In general, the support structure 80 includes multiple vertical support frames 82, which include or define slots 84. At least one end of the flow rack 10 includes a support wire 24 that interfits with the slots 84. To support another portion, for example, another end of the flow rack 10, a support rod 94 can be used. The support rod generally is of the same width as the support structure 80 and spans between opposing vertical support frames 82. The ends of the support rod 84 include threaded holes into which bolts 96 can be secured. These bolts 96 can be sized to fit within the slots 89 or the vertical support structures 82. Accordingly, a user can provide the desired angle of the flow rack 10 relative to horizontal by securing the support wire 24 in a desired slot 84 set, securing the support rod 94 in another desired slot set along the flow rack, and then resting the longitudinal wires 20 and/or other components of the rack on the support rod 94. Alternatively, as shown in
Further optionally, the support wire 24 may be structurally reinforced with a supplemental wire 25. The supplemental wire can be joined with the support wire 24 along all or a portion of the length of the support wire 25. In one embodiment, the supplemental wire is of a length that enables the support wire 24 to be inserted into slots 84 while the supplemental wire 25 fits between the opposing supports. In this embodiment, the supplemental wire remains outside the slots, but still reinforces that support wire 24. The supplemental wire 25 may be welded or otherwise joined to the support wire using conventional fastening techniques.
Moreover, the flow rack itself can be configured to include multiple support wires 24 along its length to take the place of a support rod 94. Other configurations of fastening systems can be included in the flow rack and/or support structure 80 to achieve the desired configuration.
With further reference to
The longitudinal wire, roller wire and optional transverse and bumper wires (described below) are constructed from wire. As used herein, wire refers to any slender rod or tubing constructed of metal and/or synthetic materials. The wire components of the flow rack may be of any cross section, including but not limited to, circular, elliptical, triangular and rectangular cross sections. In one embodiment, the wire is of a circular cross section and constructed from a solid piece of steel having a ¼ inch diameter. Other diameters of rods and tubing may be used as well, for example, ⅛, ½, ⅝, 9/16 inch, and greater, diameters. When the wires of the flow rack are constructed from metal, they can be joined by welding the wires together with any conventional welding technique.
As shown in
The rollers shown in
When mounted on the free end 34 of the roller wire, the roller rotates adjacent the longitudinal wire 20. As desired, an end element 64 can be joined with the roller wire 30 to prevent the roller 60 from disengaging the free end 34. As used herein, a end element means any component, fastener or feature that prevents the roller from sliding off and/or disengaging the wire to which the roller is mounted, and includes, but is not limited to, a cap, a nut, a clamp, and a screw or bolt having a head larger than the wire which is screwed into a hole defined by the wire. Further, a means for preventing the roller from sliding off and/or disengaging the wire includes, but is not limited to, any of the foregoing.
As shown in
The end element, shown in
As shown in
To the ends of the upwardly extending portions 44 of the transverse wires, one or more bumper wires 50 can be secured. These bumper wires can be generally substantially parallel to the longitudinal wires 20 and positioned a preselected distance above the plane defined by those longitudinal wires 20. These bumper wires 50 can form a boundary to guide items 92 in flowing over the rollers 60. Optionally, one or more end bumper wires 52 (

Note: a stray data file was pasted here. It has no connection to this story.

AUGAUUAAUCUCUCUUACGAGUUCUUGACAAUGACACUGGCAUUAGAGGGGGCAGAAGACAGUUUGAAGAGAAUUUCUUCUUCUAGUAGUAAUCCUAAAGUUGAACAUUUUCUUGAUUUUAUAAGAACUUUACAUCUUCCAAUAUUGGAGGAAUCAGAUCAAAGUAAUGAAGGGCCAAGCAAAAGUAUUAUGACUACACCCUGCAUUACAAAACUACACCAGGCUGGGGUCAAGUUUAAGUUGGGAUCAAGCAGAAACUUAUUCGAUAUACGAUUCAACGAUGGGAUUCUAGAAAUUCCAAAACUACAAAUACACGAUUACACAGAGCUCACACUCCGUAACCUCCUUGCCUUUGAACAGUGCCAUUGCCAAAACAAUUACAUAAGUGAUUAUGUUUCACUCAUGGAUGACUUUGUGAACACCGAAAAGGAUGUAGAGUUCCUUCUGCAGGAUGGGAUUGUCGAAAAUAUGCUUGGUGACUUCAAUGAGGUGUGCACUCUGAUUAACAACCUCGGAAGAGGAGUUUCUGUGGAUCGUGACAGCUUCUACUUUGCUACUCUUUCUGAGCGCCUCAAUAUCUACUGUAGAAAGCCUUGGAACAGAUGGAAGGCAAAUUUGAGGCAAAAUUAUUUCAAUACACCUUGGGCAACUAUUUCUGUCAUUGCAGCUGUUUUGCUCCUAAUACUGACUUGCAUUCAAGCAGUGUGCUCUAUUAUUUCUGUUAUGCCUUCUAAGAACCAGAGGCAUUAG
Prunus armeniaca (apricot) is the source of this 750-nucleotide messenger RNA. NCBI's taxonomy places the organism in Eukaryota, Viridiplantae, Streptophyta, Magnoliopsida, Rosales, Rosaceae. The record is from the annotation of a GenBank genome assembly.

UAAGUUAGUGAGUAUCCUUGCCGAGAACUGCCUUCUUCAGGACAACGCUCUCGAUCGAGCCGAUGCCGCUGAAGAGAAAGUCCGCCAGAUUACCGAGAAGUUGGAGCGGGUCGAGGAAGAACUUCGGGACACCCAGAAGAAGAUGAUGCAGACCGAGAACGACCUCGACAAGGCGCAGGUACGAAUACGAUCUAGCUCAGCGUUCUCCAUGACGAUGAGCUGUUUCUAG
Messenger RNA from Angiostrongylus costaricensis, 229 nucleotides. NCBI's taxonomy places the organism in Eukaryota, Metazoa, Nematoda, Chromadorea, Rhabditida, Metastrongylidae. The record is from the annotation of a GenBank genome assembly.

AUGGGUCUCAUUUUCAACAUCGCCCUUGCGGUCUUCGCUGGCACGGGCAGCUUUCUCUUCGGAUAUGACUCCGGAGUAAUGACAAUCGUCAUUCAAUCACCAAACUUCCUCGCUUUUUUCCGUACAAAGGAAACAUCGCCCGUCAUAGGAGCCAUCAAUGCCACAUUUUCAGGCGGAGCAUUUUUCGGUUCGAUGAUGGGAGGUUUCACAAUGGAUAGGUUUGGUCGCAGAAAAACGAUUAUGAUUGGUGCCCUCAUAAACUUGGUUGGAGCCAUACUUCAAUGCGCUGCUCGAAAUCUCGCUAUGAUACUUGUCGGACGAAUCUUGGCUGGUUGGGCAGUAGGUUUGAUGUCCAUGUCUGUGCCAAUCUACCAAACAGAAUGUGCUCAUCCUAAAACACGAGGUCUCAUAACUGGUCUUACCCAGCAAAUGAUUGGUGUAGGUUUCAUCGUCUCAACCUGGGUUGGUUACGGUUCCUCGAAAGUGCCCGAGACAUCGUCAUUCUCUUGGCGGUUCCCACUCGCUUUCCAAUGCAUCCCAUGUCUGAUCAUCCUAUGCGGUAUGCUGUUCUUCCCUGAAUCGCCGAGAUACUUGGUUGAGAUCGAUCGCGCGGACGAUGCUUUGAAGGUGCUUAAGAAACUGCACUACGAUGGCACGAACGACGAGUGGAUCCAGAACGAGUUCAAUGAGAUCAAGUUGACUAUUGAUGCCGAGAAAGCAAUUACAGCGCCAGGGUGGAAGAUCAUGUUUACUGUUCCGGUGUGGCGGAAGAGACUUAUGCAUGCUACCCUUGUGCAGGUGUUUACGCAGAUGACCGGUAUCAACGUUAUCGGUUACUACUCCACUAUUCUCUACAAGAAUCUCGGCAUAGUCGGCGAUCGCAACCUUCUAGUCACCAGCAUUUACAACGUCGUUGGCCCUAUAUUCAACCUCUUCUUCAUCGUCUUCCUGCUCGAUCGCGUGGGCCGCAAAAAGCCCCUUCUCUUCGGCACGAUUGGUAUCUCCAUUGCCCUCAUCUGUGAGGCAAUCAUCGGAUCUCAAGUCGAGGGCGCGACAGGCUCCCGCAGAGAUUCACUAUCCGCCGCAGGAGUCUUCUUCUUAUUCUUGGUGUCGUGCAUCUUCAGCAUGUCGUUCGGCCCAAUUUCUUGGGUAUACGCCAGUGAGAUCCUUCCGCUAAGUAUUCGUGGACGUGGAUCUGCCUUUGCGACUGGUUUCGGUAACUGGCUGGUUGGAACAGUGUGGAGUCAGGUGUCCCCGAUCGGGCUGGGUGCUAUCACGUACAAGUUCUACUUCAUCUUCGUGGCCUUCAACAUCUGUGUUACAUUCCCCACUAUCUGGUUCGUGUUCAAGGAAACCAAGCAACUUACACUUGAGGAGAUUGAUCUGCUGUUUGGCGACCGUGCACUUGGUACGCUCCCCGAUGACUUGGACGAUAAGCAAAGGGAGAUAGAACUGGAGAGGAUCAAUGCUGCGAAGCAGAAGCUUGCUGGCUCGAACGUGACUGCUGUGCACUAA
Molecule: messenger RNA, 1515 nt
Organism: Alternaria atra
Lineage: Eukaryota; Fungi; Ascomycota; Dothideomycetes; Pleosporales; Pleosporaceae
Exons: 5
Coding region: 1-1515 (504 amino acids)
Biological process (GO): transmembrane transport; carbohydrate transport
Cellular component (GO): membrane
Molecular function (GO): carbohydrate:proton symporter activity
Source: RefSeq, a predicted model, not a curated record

Further optionally, the flow rack can include one or more stop wires 54 as shown in
The number and sequence of the roller wires 30 and transverse wires 40 included in the flow rack 10 can be varied as desired. For example, the sequence can be transverse wire, roller wire, transverse wire; transverse wire, roller wire, roller wire, transverse wire; transverse wire; roller wire, transverse wire, transverse wire, etc., as desired. Additional transverse wires 40 may be added to increase the structural rigidity of the flow rack 10. Likewise, additional longitudinal wires 20 may be added for the same purpose. Where a roller wire is disposed between two transverse wires, the distance between the transverse wires can be significant enough to allow clearance for the roller 60 on the roller wire to freely rotate. Where the roller wire 30 is in the same plane as the transverse wires, this distance can be greater than the diameter of the roller.
The above descriptions are those of the preferred embodiments of the invention. Various alterations and changes can be made without departing from the spirit and broader aspects of the invention as defined in the appended claims, which are to be interpreted in accordance with the principles of patent law including the doctrine of equivalents. Any references to claim elements in the singular, for example, using the articles “a,” “an,” “the,” or “said,” is not to be construed as limiting the element to the singular.
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|U.S. Classification||414/267, 211/126.9, 193/37, 193/35.00R, 211/133.2|
|International Classification||B65G1/00, B62B3/00, B65G13/12, B65G1/02, B65G41/00|
|Cooperative Classification||B62B2203/74, B65G13/12, B62B3/002, B62B2202/12, B65G1/023, B62B3/02|
|European Classification||B65G13/12, B62B3/00B, B65G1/02A|
|Sep 10, 2004||AS||Assignment|
Owner name: LIFE TIME SYSTEMS, LLC, MICHIGAN
Free format text: ASSIGNMENT OF ASSIGNORS INTEREST;ASSIGNOR:NEUMAN, LARRY D.;REEL/FRAME:015793/0631
Effective date: 20040907
|Apr 6, 2009||REMI||Maintenance fee reminder mailed|
|Sep 27, 2009||LAPS||Lapse for failure to pay maintenance fees|
|Nov 17, 2009||FP||Expired due to failure to pay maintenance fee|
Effective date: 20090927